Some fear that a default could cause a 2008-style crunch in repo markets, with the raising of “haircuts” on Treasuries leading to margin calls. The reality would be more complicated. For one thing, it’s not clear that there is a viable alternative as the “risk-free” benchmark. One banker jokes that AAA-rated Johnson & Johnson is “not quite as liquid”. In a flight to safety triggered by a default, much of the money bailing out of risky assets could end up in Treasury debt. Increased demand for collateral to secure loans could even push up its price.

Then there is the impact of a ratings downgrade. Money-market funds, which hold $684 billion of government and agency securities, are allowed to hold government paper that has been downgraded a notch. Other investors, such as some insurers, can only hold top-rated securities but their investment boards are likely to approve requests to rewrite their covenants, especially if a lower rating looks temporary. “It would be a full-employment act for lawyers,” says Lou Crandall of Wrightson ICAP, a research firm. There’s a surprise.

In other words, this event is focusing enough minds that a lot of parties are looking at ways to get waivers or other variances to allow them to continue to hold Treasuries even in the event of a downgrade or delayed payment. But a report from Reuters on the Fed’s contingency planning makes them sound markedly less creative than their private sector counterparts (but it is important to note that Charles Plosser of the Philadelphia Fed, the key source for his story, has been a critic of the Fed’s fancy footwork in the crisis. In fact, the New York Fed is the key actor, and it has been notably, um accommodating in the past).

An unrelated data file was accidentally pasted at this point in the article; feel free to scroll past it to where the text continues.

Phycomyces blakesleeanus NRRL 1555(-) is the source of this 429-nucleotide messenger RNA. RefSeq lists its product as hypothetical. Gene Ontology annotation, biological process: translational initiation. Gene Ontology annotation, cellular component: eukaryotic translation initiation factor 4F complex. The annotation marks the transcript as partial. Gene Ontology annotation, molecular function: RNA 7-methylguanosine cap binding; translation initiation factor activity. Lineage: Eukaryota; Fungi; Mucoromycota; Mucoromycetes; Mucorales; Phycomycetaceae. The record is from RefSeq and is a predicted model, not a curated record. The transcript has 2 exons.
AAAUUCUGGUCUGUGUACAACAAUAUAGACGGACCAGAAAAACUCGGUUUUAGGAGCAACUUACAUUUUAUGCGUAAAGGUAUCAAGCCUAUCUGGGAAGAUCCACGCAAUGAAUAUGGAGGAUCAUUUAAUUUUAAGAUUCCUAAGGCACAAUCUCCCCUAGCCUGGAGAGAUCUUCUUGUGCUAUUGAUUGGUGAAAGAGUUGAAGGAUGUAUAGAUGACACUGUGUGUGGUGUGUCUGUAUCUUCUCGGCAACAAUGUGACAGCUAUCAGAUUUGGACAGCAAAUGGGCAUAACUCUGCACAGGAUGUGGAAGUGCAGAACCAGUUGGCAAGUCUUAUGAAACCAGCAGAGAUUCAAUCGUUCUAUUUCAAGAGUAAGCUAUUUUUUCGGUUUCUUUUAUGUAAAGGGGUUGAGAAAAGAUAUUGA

In addition, the New York Times reported yesterday that some hedge funds are moving into cash to buy up Treasuries in case other investors dump them. I’ve even heard of retail investors planning the same move. That does not mean the volume of buyers will be enough to offset forced sales, but it does say that fundamentally oriented investors would see this event as an opportunity, not a cause for panic.

The financial system is so tightly coupled and there are so many potential points of failure that I’m hesitant to say that the consequences of a default may be far less serious than are widely imagined. But in the Y2K scare, the considerable panic about potential catastrophic outcomes led to a tremendous amount of remediation, which served to limit problems to a few hiccups. Unlike Y2K, the remediation efforts have started very late in the game, so their is a lot more potential for disruption.